Commentary: Preseason is necessary evil

Let's revise a scary moment from Friday night's Packers-Jaguars game.

Instead of Ahman Green walking off the field and Packer Nation letting out a sigh of relief that could be heard halfway around the world, this time Green is carted off the field. His knee is ruined. His season is over, and so, too, is the Packers' season.

Such scenarios happen all too often during preseason football games. What happened to Falcons quarterback Michael Vick and Jets quarterback Chad Pennington last preseason are Exhibits 1 and 1-A. The Eagles lost a solid running back in Correll Buckhalter just a week ago.

With those injuries, the cry inevitably begins: Cut back on the preseason. Four games is too many. Four games is too dangerous.

Those people have a point. Those people also are wrong.

Four preseason games are a necessary evil. If you don't believe it, rewind if you dare Friday night's Packers game. That was preseason game No. 3, and the Packers — a legitimate Super Bowl contender, not some second-rate bunch of scrubs — not only need the fourth preseason game but maybe a fifth, sixth and seventh.

The Packers simply aren't very good right now in two of the three phases of the game. The offense should be one of the best in the league but it's been downright awful. In the last two games, the Packers have been called for 27 accepted penalties and scored only 26 points. The only sport I know of in which you can win with more penalties than points is soccer, which is barely a sport so I've already ruined my analogy.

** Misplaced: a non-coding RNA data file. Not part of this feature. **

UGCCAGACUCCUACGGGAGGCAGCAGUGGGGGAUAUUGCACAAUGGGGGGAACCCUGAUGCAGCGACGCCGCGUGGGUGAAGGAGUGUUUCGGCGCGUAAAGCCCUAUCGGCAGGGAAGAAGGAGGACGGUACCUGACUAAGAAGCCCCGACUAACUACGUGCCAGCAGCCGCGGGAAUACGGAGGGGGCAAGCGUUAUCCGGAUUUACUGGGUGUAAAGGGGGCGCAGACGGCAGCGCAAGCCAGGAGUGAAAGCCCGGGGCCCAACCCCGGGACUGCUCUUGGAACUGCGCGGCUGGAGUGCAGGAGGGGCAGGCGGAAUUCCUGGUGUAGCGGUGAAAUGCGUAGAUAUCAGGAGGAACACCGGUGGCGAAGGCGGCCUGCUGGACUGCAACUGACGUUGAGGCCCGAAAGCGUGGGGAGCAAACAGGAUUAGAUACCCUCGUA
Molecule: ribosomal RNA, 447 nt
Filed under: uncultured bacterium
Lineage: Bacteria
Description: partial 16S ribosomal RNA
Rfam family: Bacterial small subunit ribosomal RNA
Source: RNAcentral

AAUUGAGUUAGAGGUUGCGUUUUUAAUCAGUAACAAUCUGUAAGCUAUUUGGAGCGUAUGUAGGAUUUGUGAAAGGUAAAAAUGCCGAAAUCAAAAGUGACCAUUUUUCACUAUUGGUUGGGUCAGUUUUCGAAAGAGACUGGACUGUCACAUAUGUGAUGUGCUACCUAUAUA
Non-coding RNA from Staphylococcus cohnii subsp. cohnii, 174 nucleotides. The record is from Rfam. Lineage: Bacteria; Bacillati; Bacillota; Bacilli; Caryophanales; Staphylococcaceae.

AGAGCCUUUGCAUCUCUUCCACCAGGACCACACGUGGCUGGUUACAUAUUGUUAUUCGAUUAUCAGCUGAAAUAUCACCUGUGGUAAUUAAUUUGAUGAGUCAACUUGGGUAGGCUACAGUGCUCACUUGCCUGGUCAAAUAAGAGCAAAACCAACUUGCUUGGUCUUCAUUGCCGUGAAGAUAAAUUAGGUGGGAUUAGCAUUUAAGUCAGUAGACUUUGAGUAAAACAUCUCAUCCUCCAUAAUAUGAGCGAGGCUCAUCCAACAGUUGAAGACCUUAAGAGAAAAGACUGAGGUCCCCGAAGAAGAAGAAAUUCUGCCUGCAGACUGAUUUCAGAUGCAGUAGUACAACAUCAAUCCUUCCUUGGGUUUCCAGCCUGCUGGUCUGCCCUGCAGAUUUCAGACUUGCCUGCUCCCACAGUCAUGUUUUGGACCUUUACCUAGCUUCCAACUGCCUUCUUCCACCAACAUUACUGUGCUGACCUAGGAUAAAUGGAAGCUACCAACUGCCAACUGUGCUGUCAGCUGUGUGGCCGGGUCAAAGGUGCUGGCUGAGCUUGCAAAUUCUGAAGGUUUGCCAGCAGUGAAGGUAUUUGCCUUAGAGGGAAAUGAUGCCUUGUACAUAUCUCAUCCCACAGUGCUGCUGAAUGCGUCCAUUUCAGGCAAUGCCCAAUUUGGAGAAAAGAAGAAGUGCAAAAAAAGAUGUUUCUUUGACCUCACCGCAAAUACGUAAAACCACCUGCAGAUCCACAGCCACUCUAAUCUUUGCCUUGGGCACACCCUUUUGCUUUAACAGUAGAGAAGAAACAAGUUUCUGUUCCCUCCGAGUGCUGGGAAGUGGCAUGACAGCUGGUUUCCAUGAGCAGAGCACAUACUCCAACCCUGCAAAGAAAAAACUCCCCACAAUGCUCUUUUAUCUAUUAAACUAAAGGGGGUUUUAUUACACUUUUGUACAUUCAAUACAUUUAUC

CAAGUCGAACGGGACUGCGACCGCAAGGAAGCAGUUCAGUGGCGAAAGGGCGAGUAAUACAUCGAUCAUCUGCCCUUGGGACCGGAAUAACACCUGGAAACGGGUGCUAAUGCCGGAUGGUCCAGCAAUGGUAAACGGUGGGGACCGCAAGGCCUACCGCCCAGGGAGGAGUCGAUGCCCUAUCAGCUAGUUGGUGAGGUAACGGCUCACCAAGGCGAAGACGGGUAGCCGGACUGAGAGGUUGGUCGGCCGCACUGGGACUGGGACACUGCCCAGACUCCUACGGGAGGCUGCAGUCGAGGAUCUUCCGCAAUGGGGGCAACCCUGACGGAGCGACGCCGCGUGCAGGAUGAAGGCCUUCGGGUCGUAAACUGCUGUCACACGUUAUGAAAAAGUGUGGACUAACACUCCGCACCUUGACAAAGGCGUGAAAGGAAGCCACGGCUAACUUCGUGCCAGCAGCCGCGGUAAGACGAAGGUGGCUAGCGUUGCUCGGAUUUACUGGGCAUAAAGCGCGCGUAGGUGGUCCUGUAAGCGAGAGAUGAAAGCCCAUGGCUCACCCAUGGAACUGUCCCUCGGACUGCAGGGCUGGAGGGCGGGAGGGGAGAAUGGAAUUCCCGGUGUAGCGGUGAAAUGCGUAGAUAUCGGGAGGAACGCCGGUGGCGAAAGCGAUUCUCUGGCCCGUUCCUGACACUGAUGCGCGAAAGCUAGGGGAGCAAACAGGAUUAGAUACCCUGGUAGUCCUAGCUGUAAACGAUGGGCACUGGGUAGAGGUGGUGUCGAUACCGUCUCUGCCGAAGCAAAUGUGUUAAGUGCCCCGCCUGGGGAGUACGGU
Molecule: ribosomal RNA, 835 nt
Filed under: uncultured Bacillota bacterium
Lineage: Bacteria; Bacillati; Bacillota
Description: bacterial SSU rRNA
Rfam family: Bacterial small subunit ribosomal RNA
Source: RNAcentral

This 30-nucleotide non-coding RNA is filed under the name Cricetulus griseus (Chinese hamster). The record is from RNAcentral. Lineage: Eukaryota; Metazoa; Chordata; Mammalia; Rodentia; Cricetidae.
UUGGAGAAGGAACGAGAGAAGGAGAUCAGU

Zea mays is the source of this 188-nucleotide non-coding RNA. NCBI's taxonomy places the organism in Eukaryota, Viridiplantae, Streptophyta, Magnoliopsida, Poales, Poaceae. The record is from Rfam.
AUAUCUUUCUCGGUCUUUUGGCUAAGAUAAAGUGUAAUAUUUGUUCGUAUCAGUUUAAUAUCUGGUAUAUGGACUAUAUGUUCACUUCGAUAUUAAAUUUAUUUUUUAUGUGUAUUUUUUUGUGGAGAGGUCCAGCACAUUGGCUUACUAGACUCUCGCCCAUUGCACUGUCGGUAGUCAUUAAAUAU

The Packers' offense has stepped on the field 42 times in three games and managed one touchdown. That seven points equals the number of holding penalties on Friday night.

Think the Packers don't need another preseason game?

OK, if that's not enough to sway you, how's this: The Packers have played three preseason games and still don't have a punter. At this rate, they may not have one until next April's draft, when Packers coach-GM Mike Sherman trades his third- and fourth-round picks to grab some schmoe in the second round.

The punting shortcomings aren't the only problems with the special teams. The return game has been abysmal. Antonio Chatman has taken two steps forward as a wide receiver but two steps backward as a punt returner. And that's when he fails to catch the ball. When he does catch the ball, it's 24 steps sideways but no steps forward.

Don't get me wrong. I hate preseason football as much as you do. It's bad enough getting paid to watch this drivel, so I feel sorry for the season-ticket holders who are forced to pay full price to watch second-rate football.

Friday's game was nothing short of unwatchable. By about the 74th punt of the game, I would have much rather been cutting down that dead tree in my yard with a butter knife.

You get the feeling Sherman would have preferred to be cutting down my tree with a butter knife while watching the flags fly like so many autumn leaves. Then again, maybe Sherman has a sick sense of humor, figuring more penalties means more punts, which at least gives us fans reason to laugh hysterically every time it looks like B.J. Sander is trying to punt a canned ham.

At least watching someone else's misfortune is funny in that awkward sort of way. The thought of a season-ending injury to Green isn't quite as funny. Nor is having to endure the necessary evil known as preseason football.

Huber writes for Contact him via e-mail at

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